Worth your time to read this article and chew on the data.
Around these parts, you’ll hear me say a lot about defining sin correctly, and living our lives much more graciously when it comes to the way we relate to others who see the world differently.
“Modesty” for the Christian woman is an area where our desire to give (usually other women or girls) lots of answers and rules with more certainty than the Scripture would support leads to plenty of misunderstandings, judgmental attitudes, hurt feelings, and hypocritical stances.
A friend of mine pointed out this fantastic article on the blog Darcy’s Heart-Stirrings: “In Which I Weigh In On The Modesty Debate”
It’s a kind and compelling call to women to lay down our arms against one another in the war over what modesty is supposed to be. There’s a fundamental misunderstanding lurking in the shadows of the modesty debate, a tendency to locate blame for wrong actions and attitudes on the wrong shoulders. And that makes the entire debate emotionally charged and dangerous.
And I also loved this comment, which nails the connection between rightly defining what’s “sin” and what’s personal preference, and how a life lived in the Gospel calls us to a much tougher standard than following “rules”:
Real modesty is not drawing attention to yourself by how you are dressed. Whether that is by either letting it all hang out or being completely covered from head to toe.
There is more to being modest than wearing dresses/skirts. Being modest is an attitude that reflects Christ. It is an inward beauty that has little to do with looks. Man looks on the outward appearance, Christ looks at the heart. It does not draw attention to oneself by being outwardly different, but is noticed because of the reflection of Christ that shines through behavior and actions. It is a woman who is made in the image of God reflecting that image in how she carries herself and conducts her daily life. [Meg, June 16, 2013 at 4:50 PM]
Enjoyed this piece by Elsa Walsh of the Washington Post on women being truly happy with the “good enough” life because balance is more important than raw achievement.
Walsh discusses her personal journey in American feminism from a loyalty to breaking barriers at all costs to a different definition of success.
“In my lifetime, very little has changed to improve the lives of working parents and their children. In fact, almost all of it has become worse since I was a young woman of 22, then a new mother of 38. And this is the most depressing measure of the women’s movement. Women like myself thought we had won feminism’s big prize — equal opportunity. But in our excitement and individual victories, we failed to demand the structural and cultural changes needed to make it work. In that, we have failed our daughters.”
“For a woman to say she is searching for a “good enough” life is not failure — it is maturity and self-knowledge.”
Any life lived solely for its own success will ultimately be a failure, regardless of the gender of the human involved, because it will be an empty life.
Great thoughts on how our priorities change as we grow into full adulthood.
PS. Walsh also makes this great point: “There is no real safety net for working mothers.” Or any single parent really. Our modern work culture demands our full worship–all our time, all our energy, all our attention. And for anyone in the median class or below, working moms won’t have the money to afford adequate child care. It’s a vicious cycle, an area for the Gospel to redeem.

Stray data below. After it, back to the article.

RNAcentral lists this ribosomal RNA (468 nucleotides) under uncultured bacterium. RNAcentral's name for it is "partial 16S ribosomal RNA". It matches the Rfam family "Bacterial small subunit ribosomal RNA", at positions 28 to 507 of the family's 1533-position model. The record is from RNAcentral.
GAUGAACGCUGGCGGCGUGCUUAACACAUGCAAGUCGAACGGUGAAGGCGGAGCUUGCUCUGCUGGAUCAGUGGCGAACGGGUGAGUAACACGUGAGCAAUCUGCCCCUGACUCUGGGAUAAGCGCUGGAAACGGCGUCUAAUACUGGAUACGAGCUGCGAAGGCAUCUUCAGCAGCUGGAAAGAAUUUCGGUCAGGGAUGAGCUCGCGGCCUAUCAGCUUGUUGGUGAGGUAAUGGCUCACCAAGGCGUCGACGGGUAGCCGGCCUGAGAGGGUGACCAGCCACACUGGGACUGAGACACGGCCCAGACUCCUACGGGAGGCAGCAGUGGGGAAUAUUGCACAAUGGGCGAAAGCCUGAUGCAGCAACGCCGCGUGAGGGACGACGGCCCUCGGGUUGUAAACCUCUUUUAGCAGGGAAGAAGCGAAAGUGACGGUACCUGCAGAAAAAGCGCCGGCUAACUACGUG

I want to read this book ASAP.
This part of the above review had me hooked:
The narrative of Christ is its own apologetic. No system of theodicy can withstand an honest look at the world. The sharp and spinning gears of history grind up every justification and explanation. We have no answer but “God with us.” Spufford is right: we don’t have a solution, we have a story and a person.
A few articles that deserve your attention
Finally, the response to military sexual harassment that I’ve been waiting to hear.
If you’re going to start a startup, don’t get snagged by all the hype and myth and glamor. It’s just a start up…. and startups grow up to be corporate America.
An article I think I disagree with about creative people having the right to say no to anybody anytime about anything. OK, that’s not really what it says, and the author IS making a valid point about guarding your creative time. But I think the “cult of the creative muse” needs to get taken down a notch ….and I’m saying that as someone who really truly values creative energy by purchasing art, supporting local artists & filmmakers & musicians, and making art myself.
A ridiculously creepy piece about the leftover possessions of mental patients in a frightening asylum. Sad.
Ron Paul & I agree for once! His take on the NSA spying scandal nails it. Bugs me how post 9/11 Americans think the government exists to keep us safe. Hogwash.
And two to make you feel happier about the world:
A teenager developed a better cancer diagnostic tool because (among other things) some wonderful educators taught her a course in 7th grade on futuristic thinking, which kicked off her AI/coding career. Awesome.
And this fellow in China is building amazing prosthetic limbs….because he had to.
“Whenever religion becomes leverage, it ceases to be the religion of Jesus. The gospel of God’s grace take away the leverage. Why? Because if I’m forgiven without condition, you can’t make me feel guilty. If God loves me, you can’t manipulate me by threatening to take away your love. If God knows my secrets and doesn’t condemn me, then you can’t use my secrets as blackmail.”
“It is so freeing to realize that we don’t have anything to prove or to protect. We don’t have to fix anything. God doesn’t need any help. He did fine before we came along and will do fine long after we’re gone. The great thing about being a Christian is that you can forgive, love, and encourage ’em all, and then let God sort it out.”